An overseen benefit of public transit is the creation and retention of sustainable jobs. On January 5, 2010, the Center for Neighborhood Technology, Smart Growth America, and U.S. PIRG released What We Learned from the Stimulus, a study that concluded that public transportation generates more jobs than highway construction, although highway construction received more American Recovery and Reinvestment Act funds than public transit.
The debate over clean energy is ripping open divisions in conservative
business lobbies. Debate on federal climate change legislation has led
an increasing number of businesses to leave the Chamber of Commerce,
the National Association of Manufacturers, and other business
associations because of those organizations' stances against
recognizing the scientific validity of climate change. The revolt has
been growing ever since a senior Chamber official called for a "Scopes monkey trial of the 21st century" to evaluate evidence of global warming.
NEW YORK — Today, Progressive States Network (PSN) lauded
President Obama's decision to accept California's tough new 35.5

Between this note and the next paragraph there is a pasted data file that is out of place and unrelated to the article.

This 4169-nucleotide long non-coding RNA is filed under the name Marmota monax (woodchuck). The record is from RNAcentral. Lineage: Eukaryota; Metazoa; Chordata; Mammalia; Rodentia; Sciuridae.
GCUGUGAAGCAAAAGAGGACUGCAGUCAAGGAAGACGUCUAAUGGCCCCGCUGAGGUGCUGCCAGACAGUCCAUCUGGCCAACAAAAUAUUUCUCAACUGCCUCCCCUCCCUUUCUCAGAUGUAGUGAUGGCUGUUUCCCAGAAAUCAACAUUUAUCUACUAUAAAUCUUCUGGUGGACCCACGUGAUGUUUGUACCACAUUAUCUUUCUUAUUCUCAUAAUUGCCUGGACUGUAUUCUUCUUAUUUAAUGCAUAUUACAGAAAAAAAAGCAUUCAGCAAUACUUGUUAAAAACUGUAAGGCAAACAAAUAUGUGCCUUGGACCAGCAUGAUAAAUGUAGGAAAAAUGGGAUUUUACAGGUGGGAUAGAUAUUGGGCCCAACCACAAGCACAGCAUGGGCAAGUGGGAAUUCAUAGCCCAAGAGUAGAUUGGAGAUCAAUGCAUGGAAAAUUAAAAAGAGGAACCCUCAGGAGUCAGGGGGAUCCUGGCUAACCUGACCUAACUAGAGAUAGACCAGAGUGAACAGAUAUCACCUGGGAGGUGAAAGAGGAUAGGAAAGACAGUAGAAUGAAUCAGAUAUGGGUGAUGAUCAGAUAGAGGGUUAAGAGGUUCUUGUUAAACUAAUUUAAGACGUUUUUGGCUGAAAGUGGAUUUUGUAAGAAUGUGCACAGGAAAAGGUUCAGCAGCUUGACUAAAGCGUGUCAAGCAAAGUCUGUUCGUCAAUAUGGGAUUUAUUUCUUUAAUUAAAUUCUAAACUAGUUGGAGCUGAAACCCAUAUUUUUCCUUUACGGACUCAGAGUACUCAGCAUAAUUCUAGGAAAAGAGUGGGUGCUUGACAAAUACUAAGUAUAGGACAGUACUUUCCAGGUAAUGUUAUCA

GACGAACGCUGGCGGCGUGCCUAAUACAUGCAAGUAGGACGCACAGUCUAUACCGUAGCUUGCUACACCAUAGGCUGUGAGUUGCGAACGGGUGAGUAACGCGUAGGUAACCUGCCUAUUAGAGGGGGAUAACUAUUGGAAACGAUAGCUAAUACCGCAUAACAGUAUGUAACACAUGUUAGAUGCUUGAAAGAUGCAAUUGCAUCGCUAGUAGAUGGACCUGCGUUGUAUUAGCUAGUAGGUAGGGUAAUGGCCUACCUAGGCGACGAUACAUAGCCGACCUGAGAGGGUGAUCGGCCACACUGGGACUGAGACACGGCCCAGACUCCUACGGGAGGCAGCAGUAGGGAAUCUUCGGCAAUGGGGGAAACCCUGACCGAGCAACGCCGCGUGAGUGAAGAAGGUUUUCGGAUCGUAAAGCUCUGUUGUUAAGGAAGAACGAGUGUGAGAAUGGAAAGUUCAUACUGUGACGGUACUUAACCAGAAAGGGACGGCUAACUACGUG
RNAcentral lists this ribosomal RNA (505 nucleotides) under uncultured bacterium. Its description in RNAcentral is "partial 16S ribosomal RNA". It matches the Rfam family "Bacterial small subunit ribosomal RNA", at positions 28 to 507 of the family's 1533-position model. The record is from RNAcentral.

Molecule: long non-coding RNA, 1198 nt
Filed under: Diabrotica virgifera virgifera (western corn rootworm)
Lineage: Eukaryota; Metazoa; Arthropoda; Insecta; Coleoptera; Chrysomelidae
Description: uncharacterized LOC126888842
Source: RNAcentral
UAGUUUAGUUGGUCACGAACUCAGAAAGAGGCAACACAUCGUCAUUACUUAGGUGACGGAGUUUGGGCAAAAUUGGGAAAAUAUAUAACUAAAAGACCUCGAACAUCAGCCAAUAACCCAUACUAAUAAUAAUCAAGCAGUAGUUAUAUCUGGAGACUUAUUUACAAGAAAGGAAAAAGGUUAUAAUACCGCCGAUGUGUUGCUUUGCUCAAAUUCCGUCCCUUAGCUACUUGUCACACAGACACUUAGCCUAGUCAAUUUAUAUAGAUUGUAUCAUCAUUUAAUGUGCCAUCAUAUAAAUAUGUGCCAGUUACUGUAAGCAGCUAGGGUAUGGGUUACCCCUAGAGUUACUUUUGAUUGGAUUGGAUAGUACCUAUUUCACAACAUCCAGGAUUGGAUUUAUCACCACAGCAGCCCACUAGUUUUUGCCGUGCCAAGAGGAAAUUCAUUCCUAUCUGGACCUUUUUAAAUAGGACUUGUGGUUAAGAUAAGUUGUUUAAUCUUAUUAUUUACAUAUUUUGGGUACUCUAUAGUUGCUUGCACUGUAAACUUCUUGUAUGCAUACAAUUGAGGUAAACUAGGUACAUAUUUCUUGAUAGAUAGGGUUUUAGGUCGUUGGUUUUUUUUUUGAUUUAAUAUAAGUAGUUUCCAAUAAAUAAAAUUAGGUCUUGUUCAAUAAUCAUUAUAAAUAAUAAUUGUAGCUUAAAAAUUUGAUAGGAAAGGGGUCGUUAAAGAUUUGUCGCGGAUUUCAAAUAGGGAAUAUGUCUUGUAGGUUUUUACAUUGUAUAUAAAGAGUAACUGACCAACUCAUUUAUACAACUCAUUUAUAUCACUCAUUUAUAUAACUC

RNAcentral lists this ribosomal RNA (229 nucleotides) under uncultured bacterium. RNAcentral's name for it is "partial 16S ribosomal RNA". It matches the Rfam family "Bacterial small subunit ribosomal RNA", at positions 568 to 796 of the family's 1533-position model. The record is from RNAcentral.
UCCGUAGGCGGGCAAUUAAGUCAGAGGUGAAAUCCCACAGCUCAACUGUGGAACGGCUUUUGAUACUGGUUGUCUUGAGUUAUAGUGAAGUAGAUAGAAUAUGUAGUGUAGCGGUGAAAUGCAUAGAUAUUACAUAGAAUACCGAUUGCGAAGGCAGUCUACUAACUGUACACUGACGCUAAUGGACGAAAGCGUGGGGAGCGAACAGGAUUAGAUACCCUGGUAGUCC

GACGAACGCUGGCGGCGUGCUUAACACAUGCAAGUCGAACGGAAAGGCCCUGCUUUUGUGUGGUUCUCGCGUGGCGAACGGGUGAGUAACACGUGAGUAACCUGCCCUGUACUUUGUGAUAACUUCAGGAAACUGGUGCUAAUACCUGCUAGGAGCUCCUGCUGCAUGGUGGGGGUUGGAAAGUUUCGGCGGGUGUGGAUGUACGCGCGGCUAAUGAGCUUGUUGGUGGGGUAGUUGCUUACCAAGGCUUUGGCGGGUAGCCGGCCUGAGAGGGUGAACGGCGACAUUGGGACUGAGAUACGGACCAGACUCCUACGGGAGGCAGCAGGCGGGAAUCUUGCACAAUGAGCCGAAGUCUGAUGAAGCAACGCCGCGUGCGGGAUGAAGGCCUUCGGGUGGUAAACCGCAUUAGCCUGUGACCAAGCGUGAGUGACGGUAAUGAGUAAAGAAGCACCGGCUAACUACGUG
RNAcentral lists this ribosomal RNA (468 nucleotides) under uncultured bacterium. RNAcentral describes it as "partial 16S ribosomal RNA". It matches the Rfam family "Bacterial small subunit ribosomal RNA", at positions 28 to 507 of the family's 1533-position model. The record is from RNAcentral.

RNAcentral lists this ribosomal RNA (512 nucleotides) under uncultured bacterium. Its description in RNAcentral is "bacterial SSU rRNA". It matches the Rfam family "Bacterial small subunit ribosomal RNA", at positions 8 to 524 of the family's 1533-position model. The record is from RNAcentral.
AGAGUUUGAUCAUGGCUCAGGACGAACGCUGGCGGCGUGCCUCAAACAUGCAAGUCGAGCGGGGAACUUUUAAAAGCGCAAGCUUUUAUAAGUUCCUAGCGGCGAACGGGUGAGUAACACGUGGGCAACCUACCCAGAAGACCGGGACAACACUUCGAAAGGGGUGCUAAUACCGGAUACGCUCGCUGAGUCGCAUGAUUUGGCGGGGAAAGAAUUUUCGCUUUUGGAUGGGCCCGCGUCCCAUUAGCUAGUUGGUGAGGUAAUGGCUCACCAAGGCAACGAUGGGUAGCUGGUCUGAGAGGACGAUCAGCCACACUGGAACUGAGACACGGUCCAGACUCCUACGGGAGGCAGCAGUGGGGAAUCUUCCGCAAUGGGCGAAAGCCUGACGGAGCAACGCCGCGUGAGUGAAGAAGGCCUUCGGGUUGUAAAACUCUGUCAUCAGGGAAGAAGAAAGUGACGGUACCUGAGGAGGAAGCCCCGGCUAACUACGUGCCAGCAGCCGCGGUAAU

miles-per-gallon fuel emissions standards. The group hailed today's
victory as a landmark example of states' power to set national policy
by outpacing federal legislation.
Said PSN's Interim Executive Director, Nathan Newman, "The spin from
auto industry executives is that Obama's decision demonstrates the
wisdom of letting the federal government set a unified national
standard instead of a 'patchwork' of state regulations. In fact, the
complete opposite is true. If it weren't for California pushing to set
standards that outpaced the Bush Administration's pitifully low ones,
there would be no new regulatory framework to enact today."
In a positive step forward for federal respect of state regulatory powers, President Obama directed the Environmental Protection Agency (EPA) to reconsider a previously denied waiver to allow California to set more stringent auto emissions and fuel efficiency standards than required by federal law. In a statement by the White House, President Obama said "the federal government must work with, not against, states to reduce greenhouse gas emissions." The directive represents not only greater respect for state authority, but also a sharp break from the climate policies of President Obama's predecessor.